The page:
The Norwegian study authors not only observed no significant rise in LDL cholesterol, but they also found that the high-fat diet was only associated with an increase in “good” cholesterol levels.

The reputation has been cleaned up

The latest research shows that along with healthy monosaturated fats such as extra virgin olive oil and avocados, unsaturated omega-3s such as fish oil, flax oil and raw nuts, also saturated fats such as in butter are healthy and important for the body and brain.

The last In 2010 a meta-analysis published in The American Journal of Clinical Nutrition pooled together data from 21 unique studies that included almost 350,000 people, tracked for an average of 14 years, concluded that there is no relationship between the intake of saturated fat and the incidence of heart disease or stroke.

A similar study in Japan published in 2010 followed 58,000 men for an average of 14 years and found no association between saturated fat intake and heart disease and an inverse association between saturated fat and stroke (i.e. those who ate more saturated fat had a lower risk of stroke).

In 2014 Time Magazine, known for accepted conventional medical advice, declared that science had been incorrect in a cover article called “Eat butter: Scientists labelled fat the enemy. They were wrong” (June 12, 2014). It’s actually the excess carbohydrates that are the real culprit in heart disease and obesity, not dietary fat.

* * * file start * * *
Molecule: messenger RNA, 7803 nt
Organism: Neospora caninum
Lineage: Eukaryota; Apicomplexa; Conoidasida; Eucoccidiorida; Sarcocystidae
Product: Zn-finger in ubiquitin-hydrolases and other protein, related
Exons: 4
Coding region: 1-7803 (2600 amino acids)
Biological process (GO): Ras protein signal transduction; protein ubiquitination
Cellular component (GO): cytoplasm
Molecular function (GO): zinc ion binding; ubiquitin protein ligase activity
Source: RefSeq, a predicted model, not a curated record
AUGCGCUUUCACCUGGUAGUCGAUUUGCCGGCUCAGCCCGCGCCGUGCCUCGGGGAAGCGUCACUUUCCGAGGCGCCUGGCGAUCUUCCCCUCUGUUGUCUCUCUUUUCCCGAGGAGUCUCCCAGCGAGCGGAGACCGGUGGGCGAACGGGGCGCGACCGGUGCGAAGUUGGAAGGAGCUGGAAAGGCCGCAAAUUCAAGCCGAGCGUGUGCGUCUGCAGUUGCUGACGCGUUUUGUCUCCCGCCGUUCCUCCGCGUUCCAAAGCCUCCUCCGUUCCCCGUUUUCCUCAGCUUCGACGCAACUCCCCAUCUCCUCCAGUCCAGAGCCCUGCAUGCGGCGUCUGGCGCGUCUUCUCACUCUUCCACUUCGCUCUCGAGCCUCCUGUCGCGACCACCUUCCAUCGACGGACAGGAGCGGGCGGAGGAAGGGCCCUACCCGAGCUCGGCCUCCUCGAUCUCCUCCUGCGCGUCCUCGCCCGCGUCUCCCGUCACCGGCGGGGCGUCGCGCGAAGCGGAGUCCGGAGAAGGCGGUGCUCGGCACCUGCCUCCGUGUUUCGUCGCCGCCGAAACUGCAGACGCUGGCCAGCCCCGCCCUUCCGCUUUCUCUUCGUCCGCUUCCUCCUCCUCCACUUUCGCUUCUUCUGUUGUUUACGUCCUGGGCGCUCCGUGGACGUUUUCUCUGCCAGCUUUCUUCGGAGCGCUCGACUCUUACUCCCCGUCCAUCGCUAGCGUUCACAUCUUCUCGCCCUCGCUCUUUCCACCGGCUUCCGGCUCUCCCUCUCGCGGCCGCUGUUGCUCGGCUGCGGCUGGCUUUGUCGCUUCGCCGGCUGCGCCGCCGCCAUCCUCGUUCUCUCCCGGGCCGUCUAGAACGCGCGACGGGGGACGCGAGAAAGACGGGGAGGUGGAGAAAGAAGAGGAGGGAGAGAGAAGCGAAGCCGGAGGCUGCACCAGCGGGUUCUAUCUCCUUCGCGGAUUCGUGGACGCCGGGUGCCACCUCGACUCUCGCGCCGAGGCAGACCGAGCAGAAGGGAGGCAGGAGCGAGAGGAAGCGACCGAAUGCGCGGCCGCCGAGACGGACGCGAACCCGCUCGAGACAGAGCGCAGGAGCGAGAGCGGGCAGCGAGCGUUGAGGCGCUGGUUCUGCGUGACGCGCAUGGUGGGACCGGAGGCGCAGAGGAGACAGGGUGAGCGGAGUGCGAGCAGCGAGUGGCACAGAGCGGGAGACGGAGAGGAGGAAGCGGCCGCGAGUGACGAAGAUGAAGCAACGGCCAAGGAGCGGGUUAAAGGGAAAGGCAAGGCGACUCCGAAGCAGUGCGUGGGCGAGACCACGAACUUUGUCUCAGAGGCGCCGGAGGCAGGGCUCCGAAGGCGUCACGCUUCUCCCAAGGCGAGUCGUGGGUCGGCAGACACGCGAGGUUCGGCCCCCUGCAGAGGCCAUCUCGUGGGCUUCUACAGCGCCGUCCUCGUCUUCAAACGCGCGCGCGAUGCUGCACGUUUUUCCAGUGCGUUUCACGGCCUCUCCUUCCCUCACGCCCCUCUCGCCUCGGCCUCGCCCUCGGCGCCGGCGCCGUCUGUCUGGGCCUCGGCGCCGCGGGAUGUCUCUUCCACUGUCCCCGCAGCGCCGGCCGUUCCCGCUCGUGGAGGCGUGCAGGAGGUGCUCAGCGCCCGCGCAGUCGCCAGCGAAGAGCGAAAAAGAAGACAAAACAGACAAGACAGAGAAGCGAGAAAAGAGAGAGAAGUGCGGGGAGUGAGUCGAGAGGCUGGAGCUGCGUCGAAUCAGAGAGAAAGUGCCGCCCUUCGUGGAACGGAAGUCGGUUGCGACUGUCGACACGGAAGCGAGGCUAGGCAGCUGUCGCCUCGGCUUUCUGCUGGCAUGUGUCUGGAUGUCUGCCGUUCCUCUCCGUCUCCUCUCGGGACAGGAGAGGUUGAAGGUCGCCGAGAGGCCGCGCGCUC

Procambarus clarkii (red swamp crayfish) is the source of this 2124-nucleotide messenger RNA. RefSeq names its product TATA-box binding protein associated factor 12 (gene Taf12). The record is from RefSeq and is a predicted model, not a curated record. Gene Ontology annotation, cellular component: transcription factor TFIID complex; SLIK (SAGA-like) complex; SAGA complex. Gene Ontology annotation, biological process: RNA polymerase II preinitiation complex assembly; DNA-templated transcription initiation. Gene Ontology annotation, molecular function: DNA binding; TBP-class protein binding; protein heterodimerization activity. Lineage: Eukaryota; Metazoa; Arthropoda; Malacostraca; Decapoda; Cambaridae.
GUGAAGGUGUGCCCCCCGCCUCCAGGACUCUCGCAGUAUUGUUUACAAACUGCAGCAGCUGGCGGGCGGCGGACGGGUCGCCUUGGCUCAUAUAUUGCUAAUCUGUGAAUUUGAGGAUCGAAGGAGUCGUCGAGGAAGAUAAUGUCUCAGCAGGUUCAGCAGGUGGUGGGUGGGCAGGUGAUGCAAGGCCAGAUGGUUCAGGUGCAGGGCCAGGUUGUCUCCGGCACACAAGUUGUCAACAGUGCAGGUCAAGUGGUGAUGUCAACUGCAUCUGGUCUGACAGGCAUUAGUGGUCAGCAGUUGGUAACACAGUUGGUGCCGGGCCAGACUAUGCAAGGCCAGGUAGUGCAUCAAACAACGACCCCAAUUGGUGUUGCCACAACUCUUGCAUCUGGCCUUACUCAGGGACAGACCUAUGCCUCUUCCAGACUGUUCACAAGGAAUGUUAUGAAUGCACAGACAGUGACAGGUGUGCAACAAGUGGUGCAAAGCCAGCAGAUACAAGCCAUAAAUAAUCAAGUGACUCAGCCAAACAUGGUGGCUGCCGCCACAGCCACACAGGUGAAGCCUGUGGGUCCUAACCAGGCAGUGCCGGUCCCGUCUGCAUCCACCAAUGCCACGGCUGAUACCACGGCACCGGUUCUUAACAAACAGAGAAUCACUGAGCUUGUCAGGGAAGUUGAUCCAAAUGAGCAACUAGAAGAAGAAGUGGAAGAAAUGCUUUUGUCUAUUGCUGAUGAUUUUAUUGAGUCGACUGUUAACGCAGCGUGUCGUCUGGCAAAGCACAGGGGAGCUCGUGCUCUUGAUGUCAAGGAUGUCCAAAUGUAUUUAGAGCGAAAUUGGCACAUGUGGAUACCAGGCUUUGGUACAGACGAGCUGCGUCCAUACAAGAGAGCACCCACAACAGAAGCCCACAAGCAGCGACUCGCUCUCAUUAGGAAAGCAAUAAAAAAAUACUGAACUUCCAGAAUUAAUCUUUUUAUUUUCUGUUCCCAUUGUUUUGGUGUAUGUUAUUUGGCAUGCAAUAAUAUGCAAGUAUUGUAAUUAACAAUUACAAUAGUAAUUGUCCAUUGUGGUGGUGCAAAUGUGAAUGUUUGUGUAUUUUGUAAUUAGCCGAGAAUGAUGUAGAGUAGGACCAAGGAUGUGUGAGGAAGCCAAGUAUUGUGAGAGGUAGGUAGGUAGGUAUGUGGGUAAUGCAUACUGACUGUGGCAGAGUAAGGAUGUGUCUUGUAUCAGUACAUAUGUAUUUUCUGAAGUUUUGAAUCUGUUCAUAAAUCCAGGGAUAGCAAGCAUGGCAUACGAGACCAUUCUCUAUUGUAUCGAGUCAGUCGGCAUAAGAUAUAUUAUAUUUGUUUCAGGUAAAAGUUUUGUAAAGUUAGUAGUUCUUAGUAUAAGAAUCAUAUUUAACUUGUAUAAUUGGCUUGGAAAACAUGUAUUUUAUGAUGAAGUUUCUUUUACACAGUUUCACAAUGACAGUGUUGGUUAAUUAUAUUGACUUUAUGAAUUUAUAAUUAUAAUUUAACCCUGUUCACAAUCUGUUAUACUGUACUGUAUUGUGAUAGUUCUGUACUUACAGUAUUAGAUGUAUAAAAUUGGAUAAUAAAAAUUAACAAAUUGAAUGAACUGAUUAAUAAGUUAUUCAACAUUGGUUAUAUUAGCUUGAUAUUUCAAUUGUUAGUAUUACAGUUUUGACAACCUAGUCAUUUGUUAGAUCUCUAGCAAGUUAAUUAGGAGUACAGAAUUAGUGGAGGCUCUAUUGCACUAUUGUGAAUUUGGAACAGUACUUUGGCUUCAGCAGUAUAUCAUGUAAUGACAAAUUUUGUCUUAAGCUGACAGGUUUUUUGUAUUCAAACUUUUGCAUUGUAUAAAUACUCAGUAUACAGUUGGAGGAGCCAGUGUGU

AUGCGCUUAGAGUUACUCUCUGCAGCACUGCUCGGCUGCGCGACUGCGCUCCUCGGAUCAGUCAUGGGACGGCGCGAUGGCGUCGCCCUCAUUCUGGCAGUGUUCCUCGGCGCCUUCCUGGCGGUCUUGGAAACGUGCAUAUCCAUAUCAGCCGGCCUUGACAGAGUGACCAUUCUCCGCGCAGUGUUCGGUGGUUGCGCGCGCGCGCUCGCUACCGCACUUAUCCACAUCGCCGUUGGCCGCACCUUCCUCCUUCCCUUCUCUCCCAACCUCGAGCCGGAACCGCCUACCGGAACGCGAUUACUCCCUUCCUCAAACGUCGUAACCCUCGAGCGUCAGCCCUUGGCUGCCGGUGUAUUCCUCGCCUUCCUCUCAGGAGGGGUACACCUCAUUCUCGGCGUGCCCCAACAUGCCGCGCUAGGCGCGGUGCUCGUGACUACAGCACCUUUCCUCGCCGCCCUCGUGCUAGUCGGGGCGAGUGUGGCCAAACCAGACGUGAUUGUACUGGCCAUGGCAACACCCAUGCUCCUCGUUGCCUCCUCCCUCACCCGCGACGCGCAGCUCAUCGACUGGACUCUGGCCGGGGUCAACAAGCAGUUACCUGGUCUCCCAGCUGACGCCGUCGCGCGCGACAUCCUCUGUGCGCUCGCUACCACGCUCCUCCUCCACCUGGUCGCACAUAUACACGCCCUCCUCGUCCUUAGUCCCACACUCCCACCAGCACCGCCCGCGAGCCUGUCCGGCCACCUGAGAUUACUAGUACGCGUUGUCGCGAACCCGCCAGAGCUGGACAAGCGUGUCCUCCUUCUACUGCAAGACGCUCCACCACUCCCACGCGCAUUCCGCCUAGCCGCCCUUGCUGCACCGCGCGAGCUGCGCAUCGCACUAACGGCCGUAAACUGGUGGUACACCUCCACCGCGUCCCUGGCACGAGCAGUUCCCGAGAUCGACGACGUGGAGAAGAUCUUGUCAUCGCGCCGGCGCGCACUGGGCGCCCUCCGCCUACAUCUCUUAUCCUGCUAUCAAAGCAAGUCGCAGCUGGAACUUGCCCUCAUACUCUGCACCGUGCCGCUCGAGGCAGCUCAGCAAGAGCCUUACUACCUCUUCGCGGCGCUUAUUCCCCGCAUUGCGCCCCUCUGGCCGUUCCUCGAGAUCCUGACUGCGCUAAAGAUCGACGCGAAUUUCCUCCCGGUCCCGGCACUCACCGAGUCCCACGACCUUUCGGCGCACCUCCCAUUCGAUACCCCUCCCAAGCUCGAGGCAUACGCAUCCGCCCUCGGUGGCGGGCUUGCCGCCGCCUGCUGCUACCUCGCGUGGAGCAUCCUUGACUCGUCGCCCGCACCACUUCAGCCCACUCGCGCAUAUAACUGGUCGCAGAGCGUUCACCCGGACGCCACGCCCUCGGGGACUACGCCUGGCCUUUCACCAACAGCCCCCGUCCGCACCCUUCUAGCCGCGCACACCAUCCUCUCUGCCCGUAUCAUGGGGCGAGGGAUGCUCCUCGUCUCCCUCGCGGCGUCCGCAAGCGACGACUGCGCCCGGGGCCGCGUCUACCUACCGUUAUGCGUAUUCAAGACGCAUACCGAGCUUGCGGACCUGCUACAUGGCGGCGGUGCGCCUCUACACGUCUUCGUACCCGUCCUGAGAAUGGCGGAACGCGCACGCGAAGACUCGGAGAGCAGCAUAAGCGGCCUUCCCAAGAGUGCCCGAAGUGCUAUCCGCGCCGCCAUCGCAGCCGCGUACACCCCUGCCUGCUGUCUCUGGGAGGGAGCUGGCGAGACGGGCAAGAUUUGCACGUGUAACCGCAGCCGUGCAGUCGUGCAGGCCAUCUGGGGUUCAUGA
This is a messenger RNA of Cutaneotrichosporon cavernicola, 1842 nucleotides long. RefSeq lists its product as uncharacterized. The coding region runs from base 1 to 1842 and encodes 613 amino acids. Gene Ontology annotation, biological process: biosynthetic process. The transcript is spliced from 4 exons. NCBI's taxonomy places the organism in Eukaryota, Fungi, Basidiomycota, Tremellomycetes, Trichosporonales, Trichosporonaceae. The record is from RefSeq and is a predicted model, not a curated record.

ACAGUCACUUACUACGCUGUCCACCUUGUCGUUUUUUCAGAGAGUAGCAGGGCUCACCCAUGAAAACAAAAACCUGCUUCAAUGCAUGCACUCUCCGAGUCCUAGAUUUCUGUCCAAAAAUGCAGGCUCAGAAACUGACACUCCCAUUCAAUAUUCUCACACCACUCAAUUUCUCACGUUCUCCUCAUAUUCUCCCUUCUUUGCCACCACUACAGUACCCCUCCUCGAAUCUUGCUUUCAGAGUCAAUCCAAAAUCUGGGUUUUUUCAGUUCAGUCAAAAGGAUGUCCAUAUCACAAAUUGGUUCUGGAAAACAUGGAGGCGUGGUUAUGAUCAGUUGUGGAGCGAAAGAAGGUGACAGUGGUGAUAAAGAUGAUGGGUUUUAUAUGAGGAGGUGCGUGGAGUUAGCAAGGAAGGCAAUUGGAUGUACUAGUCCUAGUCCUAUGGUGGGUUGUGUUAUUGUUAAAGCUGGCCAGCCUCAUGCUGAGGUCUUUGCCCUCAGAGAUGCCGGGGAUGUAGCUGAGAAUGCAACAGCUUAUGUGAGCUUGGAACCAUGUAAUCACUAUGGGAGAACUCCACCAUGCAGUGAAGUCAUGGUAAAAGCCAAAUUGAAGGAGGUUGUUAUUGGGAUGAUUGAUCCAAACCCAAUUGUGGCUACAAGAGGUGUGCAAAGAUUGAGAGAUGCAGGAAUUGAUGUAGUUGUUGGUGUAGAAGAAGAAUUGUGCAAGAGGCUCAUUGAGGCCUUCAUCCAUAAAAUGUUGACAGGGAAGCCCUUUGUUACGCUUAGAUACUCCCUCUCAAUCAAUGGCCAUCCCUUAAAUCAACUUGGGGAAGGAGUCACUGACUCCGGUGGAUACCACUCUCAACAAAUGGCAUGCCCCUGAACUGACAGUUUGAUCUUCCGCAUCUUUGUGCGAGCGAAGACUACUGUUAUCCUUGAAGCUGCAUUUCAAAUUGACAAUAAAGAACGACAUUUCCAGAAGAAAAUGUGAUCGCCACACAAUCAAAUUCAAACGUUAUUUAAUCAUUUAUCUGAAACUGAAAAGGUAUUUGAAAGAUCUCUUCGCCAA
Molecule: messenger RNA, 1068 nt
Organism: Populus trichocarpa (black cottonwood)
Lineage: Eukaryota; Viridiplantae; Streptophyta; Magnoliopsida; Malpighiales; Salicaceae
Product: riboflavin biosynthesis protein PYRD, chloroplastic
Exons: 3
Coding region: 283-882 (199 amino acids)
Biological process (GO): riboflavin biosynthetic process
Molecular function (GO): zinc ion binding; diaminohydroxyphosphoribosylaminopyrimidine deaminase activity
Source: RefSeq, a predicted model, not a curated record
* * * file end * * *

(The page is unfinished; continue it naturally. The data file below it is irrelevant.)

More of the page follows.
Even The Academy of Nutrition and Dietetics, the world’s largest organisation of food and nutrition professionals, commends the 2015 Dietary Guidelines Advisory Committee for drafting a strong, evidence-based new recommendations for Americans (done every 5 years). These guidelines have far-reaching influences across the food supply, including American schools, government cafeterias, the military, food assistance programs, agricultural production, restaurant recipes, and industry food formulations as well as a worldwide statement.

Academy of Nutrition and Dietetics new guidelines in a very short summary:

1. The concern about the dietary cholesterol from nutrients is groundless.
2. The concern about saturated fat from nutrients is groundless.
3. The restriction for “normal” sodium consumption is groundless. (Western diet is loaded with salt, though!)
4. The main concern is sugar.

Also, this latest study run by Prof. Simon Nitter Dankel and his colleagues came to a conclusion that the saturated fat did not influence visceral fat or metabolic syndrome as long as the diet followed a low-processed and low sugar dietary context.

So it’s all about the quality of the food! A great symphony of different foods, colours and flavours. All bringing their own unique nutrients that we as human beings need to stay healthy and vibrant. Refined and processed fats and sugars are the ones to cut out. Healthy saturated fats can be found in grass-fed meat, organic or pasture-fed butter, ghee, eggs, yoghurt, coconut and coconut oil.

1 comment

  • Cherly Ragas 2 years ago Hello, This is a fantastic quick recipe, thank you for sharing it with us. I am a food lover and I love baking bread. Reply